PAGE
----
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June 12, 2016–September 18, 2016
Posted on December 14, 2015
Paul J. Sachs Prints and Illustrated Books Galleries, second floor
Press Preview: Tuesday, June 7, 2016
Press preview remarks will be held in Theater 1 at 11:30 a.m. and will be livestreamed.
Dadaglobe Reconstructed, on view at The Museum of Modern Art from June 12 through September 18, 2016, will reunite over 100 works by more than 40 artists that were submitted to Tristan Tzara for his planned but unrealized 1921 anthology Dadaglobe. In Paris in late 1920, Tzara, a poet and a co-founder of Dada, drew up a proposal for an ambitious anthology to document the movement’s artistic and literary production. Along with artist Francis Picabia, Tzara sent solicitation letters to 50 artists and writers in 10 countries, requesting four categories of artworks—photographic self-portraits, photographs of artworks, original drawings, and designs for book pages—along with prose, poetry, or other verbal “inventions.” While some artists submitted existing works, many created new ones for the volume, making Dadaglobe one of the period’s most generative catalysts for the production of new Dada works. Due to financial and interpersonal difficulties, Dadaglobe was never realized, and while many of the works submitted are well-known today, their origin in this project has long been forgotten.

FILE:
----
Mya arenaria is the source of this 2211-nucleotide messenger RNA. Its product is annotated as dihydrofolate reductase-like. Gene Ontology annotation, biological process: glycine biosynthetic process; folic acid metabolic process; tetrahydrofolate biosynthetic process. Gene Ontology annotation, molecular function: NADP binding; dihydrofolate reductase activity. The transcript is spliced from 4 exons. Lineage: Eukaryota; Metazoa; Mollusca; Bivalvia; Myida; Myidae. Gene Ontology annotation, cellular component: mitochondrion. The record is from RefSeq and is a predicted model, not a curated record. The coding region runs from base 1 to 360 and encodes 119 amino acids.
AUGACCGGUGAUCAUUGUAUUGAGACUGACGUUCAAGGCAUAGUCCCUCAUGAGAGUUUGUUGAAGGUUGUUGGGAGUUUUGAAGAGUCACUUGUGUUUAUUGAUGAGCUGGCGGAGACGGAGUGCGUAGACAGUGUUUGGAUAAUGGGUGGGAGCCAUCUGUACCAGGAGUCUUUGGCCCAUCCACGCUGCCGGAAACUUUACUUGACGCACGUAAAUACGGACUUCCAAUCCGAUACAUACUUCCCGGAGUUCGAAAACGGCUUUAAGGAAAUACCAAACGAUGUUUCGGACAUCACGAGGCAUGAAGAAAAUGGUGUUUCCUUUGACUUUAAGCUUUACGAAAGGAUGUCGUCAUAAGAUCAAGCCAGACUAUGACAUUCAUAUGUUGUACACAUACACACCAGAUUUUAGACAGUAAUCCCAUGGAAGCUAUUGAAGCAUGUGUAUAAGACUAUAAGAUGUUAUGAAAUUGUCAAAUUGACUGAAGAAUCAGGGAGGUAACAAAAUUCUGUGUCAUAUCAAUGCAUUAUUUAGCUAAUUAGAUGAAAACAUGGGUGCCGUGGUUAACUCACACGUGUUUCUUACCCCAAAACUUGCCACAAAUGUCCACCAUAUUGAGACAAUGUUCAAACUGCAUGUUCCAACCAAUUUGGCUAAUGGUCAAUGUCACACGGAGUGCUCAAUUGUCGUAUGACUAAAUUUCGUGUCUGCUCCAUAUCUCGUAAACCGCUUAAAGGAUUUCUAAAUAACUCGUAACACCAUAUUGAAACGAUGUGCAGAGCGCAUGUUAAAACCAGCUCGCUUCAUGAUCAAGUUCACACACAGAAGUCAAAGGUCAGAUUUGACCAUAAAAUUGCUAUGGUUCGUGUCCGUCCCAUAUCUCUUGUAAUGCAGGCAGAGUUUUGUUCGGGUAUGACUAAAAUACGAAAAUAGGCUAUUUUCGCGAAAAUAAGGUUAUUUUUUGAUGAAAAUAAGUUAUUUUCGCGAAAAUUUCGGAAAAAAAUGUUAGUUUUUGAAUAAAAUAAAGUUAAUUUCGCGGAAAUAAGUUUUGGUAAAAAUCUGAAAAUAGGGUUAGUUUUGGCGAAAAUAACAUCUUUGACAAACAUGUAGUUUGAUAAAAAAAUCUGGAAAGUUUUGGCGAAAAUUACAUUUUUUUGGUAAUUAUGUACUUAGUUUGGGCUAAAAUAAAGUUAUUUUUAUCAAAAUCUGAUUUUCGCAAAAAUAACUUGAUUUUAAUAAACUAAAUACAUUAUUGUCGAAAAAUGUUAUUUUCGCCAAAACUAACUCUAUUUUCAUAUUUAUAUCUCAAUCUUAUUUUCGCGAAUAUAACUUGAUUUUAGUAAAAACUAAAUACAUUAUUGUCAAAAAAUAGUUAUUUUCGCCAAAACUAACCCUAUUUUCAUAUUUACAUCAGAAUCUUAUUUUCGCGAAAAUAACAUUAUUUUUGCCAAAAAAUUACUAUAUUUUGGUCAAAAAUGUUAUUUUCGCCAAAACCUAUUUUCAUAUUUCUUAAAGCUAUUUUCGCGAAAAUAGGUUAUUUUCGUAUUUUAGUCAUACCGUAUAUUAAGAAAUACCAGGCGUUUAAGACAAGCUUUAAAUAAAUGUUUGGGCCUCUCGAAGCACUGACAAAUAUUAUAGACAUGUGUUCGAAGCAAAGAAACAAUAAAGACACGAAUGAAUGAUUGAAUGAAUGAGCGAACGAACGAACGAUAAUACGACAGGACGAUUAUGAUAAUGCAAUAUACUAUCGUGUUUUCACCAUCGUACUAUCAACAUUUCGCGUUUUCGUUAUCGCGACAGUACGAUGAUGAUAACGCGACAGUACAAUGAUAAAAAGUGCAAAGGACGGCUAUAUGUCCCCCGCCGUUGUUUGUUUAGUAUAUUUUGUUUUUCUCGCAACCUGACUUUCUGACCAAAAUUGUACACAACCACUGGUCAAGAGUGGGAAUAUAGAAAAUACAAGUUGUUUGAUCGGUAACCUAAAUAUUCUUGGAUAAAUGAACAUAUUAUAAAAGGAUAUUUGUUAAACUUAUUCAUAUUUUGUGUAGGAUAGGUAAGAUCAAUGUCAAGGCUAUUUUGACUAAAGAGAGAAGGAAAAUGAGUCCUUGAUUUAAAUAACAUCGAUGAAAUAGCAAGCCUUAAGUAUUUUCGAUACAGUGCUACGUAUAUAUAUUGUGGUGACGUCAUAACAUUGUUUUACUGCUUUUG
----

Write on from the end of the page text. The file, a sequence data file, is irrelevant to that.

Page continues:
The result of six years of intensive archival research by Dada scholar Adrian Sudhalter that began with her examination of works in MoMA’s collection, Dadaglobe Reconstructed resituates iconic works of Dada in the original circumstances of their making. Tzara retained most of the contributions to Dadaglobe during his lifetime, but following his death in 1963 they were dispersed in public and private collections worldwide. This exhibition reunites for the first time the photographs, drawings, photomontages, collages, and manuscripts that were sent to Tzara through the mail for reproduction on Dadaglobe’s pages, along with related archival material. Dadaglobe Reconstructed explores how artists recognized the potential of artwork in reproduction as a new artistic field, the cross-disciplinarity of their efforts, and their creation of works in dialogue with one another despite geopolitical boundaries, and demonstrates the resonance of those ideas today.